Saving Land Using a New Language: “Corporatese”
For indigenous people in Peru, for thousands of years being a good steward of the forest meant speaking the language of animals and plants, and mastering the nuances of their interdependence. These days, being a good steward means in addition to this, speaking the language of oil executives and interior ministry officials, and mastering the nuances of territorial law.
Helping indigenous people develop and understand the nearly impenetrable language of corporations without losing the old has been the lifelong mission of Pedro Garcia.
Garcia first came to Peru in 1970 with friends fleeing Francisco Franco’s dictatorship in Spain. When his friends were chased back home by the rainforest’s discomforts, including rabid bats, Garcia stayed. He helped two tribes set up a market and health care center, but his first big achievement, he says, was securing them legal title to the valley where they lived.
Indigenous groups in the Amazon face threats to their land from all directions. Overpopulation in other areas of Peru pushes farmers and livestock owners onto rainforest land, which once cleared, rapidly degrades. An even greater threat has come from the government’s need for oil, gas and lumber to fuel Peru’s economic development.
"A people without land is a people with no life," says Edwin Vasquez, a member of the Ashanika tribe. The Ashanika are one of 66 remaining native groups who have for millennia considered themselves stewards of the Amazon.
Although the government has acknowledged since the '70s that certain territories belong to the indigenous tribes, this has done little or nothing to stop loggers and oil companies from brazenly clearing forest, polluting resources and endangering the health of the people. The impact on the traditional culture is equally, if not more devastating.
“The key to defense is learning how to negotiate," Garcia contends. When it comes to fighting for their land rights, "[indigenous people] have to be prepared to enter the debate arena and not simply count on experts allied with the indigenous cause." Negotiation means navigating the divide between international law, which broadly recognizes indigenous cultural rights and national law which weakens those rights.
In 1995, Garcia set up Racimos de Unguahul, to train indigenous groups in effective negotiation. Mastering the vocabulary and concepts used by government and corporate officials in technical discussion is not easy. For people with no formal education who’ve never had radio or television, it is a leap to another world. Garcia developed two week workshops for groups throughout the jungle that combined role-play and other strategies to help them master the technical concepts.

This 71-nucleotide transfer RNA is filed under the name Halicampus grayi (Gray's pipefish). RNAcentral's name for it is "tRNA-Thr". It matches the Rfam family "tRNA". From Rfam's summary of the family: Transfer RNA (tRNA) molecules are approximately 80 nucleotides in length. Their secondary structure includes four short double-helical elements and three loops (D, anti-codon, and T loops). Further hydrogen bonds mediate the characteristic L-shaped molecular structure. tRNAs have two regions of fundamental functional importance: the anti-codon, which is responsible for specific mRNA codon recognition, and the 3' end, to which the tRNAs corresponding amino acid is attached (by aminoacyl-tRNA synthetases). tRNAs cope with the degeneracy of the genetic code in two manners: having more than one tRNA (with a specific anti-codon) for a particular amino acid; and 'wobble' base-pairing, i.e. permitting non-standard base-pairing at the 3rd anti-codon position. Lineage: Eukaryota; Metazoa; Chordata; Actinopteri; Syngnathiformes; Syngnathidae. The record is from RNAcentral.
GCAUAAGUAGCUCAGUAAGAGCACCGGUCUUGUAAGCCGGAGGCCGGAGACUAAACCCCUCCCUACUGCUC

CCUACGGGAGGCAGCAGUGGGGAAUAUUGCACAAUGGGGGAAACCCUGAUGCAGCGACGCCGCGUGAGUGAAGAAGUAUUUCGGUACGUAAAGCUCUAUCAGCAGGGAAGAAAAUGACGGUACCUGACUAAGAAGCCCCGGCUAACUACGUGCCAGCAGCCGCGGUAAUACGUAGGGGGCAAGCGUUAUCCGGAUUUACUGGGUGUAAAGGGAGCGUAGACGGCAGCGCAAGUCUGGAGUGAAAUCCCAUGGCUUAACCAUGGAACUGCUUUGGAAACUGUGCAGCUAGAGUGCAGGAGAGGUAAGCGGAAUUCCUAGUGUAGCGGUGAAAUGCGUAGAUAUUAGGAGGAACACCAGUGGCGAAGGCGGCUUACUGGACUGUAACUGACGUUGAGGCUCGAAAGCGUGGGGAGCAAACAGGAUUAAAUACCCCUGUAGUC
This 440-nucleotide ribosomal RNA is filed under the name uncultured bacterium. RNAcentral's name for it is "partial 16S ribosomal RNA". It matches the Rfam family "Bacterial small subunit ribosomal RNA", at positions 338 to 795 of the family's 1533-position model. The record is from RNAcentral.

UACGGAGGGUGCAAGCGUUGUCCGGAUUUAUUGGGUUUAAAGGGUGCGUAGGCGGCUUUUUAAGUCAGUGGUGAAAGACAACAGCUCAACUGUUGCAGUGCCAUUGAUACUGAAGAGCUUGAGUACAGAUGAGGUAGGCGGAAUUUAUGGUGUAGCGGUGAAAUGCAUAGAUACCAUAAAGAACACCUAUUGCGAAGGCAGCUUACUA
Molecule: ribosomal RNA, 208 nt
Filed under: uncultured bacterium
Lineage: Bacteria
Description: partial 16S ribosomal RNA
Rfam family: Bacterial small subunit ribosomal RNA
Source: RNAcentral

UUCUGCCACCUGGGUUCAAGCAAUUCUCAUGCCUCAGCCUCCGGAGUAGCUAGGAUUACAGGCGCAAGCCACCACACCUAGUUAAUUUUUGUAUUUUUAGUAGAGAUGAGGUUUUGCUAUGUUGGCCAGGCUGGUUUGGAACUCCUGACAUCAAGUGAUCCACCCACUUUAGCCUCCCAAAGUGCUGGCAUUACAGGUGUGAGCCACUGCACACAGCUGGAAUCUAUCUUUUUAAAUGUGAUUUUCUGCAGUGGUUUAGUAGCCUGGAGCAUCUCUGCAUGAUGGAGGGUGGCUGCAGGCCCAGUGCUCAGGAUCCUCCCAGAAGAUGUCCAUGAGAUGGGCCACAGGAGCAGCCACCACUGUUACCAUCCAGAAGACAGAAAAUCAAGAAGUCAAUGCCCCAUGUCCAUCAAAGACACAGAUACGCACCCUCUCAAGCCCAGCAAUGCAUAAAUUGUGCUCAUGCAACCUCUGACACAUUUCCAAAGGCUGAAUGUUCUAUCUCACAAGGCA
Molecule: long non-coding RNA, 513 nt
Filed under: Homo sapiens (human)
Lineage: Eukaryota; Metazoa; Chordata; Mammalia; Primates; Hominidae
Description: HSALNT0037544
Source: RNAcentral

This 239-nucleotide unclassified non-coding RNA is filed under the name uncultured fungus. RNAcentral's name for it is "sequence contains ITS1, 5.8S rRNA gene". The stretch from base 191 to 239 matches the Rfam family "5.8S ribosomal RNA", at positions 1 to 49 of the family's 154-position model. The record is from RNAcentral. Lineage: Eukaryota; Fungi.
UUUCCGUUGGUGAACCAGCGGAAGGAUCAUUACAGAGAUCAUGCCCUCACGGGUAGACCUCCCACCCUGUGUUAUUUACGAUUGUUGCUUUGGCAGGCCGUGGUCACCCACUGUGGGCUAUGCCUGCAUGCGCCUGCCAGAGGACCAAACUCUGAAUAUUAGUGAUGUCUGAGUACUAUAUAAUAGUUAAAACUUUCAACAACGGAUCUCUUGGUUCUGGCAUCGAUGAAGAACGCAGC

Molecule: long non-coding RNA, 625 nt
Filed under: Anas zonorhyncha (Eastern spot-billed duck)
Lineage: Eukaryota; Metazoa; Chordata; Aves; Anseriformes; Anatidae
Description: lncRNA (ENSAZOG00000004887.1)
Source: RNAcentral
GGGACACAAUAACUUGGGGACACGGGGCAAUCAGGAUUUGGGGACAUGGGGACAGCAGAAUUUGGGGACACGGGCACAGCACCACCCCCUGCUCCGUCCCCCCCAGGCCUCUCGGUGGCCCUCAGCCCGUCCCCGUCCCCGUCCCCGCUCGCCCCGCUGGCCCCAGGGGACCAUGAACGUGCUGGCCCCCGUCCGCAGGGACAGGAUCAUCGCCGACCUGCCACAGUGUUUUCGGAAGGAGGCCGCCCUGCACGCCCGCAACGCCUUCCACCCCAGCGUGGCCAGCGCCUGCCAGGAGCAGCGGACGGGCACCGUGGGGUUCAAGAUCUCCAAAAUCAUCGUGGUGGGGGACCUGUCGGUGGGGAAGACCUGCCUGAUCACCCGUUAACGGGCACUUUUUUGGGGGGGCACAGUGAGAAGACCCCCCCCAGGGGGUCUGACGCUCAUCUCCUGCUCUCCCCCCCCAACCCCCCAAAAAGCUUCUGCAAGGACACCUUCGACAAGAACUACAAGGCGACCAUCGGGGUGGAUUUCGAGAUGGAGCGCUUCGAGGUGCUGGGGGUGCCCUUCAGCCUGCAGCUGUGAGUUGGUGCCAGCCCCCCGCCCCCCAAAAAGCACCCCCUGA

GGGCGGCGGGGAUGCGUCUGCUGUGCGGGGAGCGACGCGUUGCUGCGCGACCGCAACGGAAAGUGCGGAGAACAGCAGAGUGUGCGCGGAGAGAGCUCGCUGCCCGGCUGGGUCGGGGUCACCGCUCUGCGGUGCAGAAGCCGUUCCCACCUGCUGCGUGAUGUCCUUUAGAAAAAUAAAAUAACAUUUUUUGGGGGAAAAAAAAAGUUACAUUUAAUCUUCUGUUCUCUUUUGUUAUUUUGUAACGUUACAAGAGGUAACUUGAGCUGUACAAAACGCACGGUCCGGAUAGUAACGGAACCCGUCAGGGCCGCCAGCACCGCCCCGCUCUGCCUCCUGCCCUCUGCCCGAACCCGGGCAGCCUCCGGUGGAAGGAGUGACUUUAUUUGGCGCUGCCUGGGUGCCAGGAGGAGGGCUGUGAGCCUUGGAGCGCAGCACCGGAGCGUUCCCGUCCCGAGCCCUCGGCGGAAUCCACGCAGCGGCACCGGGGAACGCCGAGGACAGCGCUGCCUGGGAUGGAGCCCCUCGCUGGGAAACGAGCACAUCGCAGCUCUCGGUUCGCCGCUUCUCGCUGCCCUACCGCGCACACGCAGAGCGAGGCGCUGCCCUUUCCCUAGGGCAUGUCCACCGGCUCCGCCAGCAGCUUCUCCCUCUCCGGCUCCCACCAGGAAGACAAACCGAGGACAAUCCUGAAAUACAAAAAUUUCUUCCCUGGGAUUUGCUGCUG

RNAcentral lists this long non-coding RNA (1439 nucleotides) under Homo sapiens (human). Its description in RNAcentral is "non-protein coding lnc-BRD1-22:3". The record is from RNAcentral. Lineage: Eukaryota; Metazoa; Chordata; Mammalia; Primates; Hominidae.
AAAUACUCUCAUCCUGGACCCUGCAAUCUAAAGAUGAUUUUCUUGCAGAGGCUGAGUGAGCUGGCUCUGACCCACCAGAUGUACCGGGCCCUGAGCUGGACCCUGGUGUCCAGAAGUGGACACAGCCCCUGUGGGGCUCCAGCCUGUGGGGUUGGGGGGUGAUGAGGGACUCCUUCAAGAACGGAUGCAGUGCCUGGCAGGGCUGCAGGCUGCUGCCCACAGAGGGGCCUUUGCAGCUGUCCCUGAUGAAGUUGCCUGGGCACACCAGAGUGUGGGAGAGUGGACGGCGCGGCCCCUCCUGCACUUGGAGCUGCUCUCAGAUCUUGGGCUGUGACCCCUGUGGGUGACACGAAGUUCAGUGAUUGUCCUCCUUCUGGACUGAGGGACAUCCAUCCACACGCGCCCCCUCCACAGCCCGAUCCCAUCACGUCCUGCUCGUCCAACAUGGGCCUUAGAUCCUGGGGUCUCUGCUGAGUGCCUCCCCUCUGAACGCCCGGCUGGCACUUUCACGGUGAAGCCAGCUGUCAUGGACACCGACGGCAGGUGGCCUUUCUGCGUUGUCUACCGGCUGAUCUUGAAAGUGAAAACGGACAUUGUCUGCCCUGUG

They also took workshop participants to places in Peru or Ecuador where oil drilling had gone on for 20 years “so they could see the devastation for themselves.”
"At first we didn't know where to begin," says Edwin Vasquez leader of an indigenous group that participated in the workshops.
Today, the workshops have shown results. Gradually more and more of the land claimed by native peoples is theirs by title. Companies which formerly needed only government permission are now obliged to get a signed contract from a locally recognized indigenous organization, for instance.
And in 2006, the first court case was brought by a Peruvian tribe against an oil company for environmental pollution that left local people with dangerously high lead and cadmium levels in their blood and contaminating the water so that animal life disappeared. The oil company agreed to new guidelines for re-injecting most of their waste into the ground where it no longer posed an immediate toxic threat.
What do you think?
Even if new oil company exploration does not ignore the land rights of indigenous people, what is to be done about the effect that existing oil companies have on the culture when the young people leave their villages to go to work for the existing oil companies? For millennia indigenous peoples have taken care of the forest because their survival depends upon it. When the oil companies offer money and goods, how can the culture (and the knowledge that it cultivates) survive?
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